The project initiated by NeilsWatzel and Anna Trautwein of Radio Dreyeckland is aimed at developing concepts and instruments to improve the representation of refugees in communities and other media institutions, raising awareness about discrimination mechanisms especially in the media companies and also enriching the German Media scene by the journalistic, linguistic and cultural competences of refugees.

The voice of refugees, according to the project coordinators, is very silent in the German media, adding that it’s very rear that refugees get the chance to speak for themselves and in most cases, appear as objects, especially about whom it is reported.

The project will avail participants the opportunity to attend an extensive sets of training sessions and workshops with other German professional Radio journalists.

Participants will also have the opportunity to network with an already existing group of editorial refugees from different radio stations, conduct researches, interviews and produce their own radio content.

Six out of over sixty applicants from The Gambia, Syria, Cameroon, Turkey and Togo will be partaking in the project. At the end of the project, participants are expected to make recommendations and organise workshops, provide video tutorial for self-educated media work and serve as training of trainers for those that were not opportune to take part of the project.

MIGRANT JOURNALISTS TRAINED ON DATA JOURNALISM

By Nyima Jadama

More than 30 journalists from across Germany recently converged at the Berlin Google office for a day‘s training seminar on data journalism. The  event is organized by the Neu Deutsche MedienMacher in collaboration with Google News Lab in Berlin.

The objective of the day-long training is to help boost the knowledge and experience of migrant journalists who have less or no knowledge about digital story-telling, conducting research for visual story-telling and verification of data on google platform.

The participating journalists drawn from various print and electronic media houses learnt and discussed about various topics including Digital story-telling, analyzes with Google Trends, topics currently getting the most attention online, tools available for verifying user-generated content, google maps and etc.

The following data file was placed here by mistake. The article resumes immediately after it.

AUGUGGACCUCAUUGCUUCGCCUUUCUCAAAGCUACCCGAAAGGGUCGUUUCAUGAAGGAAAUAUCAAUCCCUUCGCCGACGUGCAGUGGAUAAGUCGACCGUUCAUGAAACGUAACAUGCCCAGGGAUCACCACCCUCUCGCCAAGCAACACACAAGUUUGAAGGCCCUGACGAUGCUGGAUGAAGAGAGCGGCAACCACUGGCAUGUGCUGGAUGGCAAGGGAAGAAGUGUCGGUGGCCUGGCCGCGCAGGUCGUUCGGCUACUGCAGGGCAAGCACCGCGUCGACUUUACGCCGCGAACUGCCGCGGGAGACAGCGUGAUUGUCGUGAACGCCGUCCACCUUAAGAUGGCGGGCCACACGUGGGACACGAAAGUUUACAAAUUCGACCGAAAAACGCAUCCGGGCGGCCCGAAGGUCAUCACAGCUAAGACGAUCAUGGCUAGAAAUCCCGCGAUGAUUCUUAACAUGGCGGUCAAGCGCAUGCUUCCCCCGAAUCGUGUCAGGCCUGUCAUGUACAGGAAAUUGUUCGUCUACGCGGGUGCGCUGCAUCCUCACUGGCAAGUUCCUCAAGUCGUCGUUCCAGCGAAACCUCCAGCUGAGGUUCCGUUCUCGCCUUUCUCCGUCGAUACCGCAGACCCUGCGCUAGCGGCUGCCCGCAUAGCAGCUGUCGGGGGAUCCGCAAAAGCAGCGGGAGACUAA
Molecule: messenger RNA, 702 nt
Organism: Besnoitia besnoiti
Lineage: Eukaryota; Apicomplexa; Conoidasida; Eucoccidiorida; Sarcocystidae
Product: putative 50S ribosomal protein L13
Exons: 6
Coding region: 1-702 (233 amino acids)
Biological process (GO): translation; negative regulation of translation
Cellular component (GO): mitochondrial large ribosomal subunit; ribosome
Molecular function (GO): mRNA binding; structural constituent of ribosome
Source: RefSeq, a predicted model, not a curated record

The trainers were Isabelle Sonnenfeld Google News Lab Berlin and Marco Maas Founder & CEO Datafreunde GmbH / Open Data City and Mosjkan Ehrari Neue deutsche Medienmacher.

 

‘Our Voice on Radio Dreyeckland

By Nyima Jadama

The long-awaited project ‘Listen’ would finally made it to the air waves of Radio Dreyeckland on 102.3 mhz’ in Freiburg. The well-coordinated first edition of the seven-month pilot project for refugees is expected to commence on 28th June.

It will be hosted by a five transitional team of journalists, namely Nyima Jadama of The Gambia, Mohammad Albayoush, Syria, Rubbie Traore, Togo, Abdullag Yasa, Turkey and Rufine Nadege Songue of Cameroon.

The well-tailored Radio talk show is expected to look at various aspects of human interest development stories with a specific focus on Refugees and Migration issues in Germany and beyond.

"Our Voice", a multi-lingual radio program for refugees, as well as to the population of Freiburg and its surrounding will be broadcasted on the second and every fourth Wednesday of the month from 16-17hrs.

Explaining the motive behind her participation in the project, one of the participating journalists Rufine Nadege Songue of Cameroon had this to say; "In the media, fugitives are often portrayed as a criminal threat or as a poor victim who needs to be helped, many of them have enormous potentials. They are people who want to live a normal life and strive to gain a better perspective in the German society.”

She said their objective is to make people who are fugitives visible as people who shape their lives and participate in social co-operation.

Mohammad Albayoush of Syria, said; “In our voice some editors want to put personal interviews in the forefront in which refuges themselves can be heard and their perspectives audible. We would also like to invite Germans and fugitives to the studio. People who do something to each other, whether they are drinking coffee or developing a theater together etc,".

The participating journalist who has worked as a photo and video journalist in Syria during the war added that there are practical tips for other refugees and reports on current developments in social policy around escape, asylum and migration, and all this multilingual - an experiment.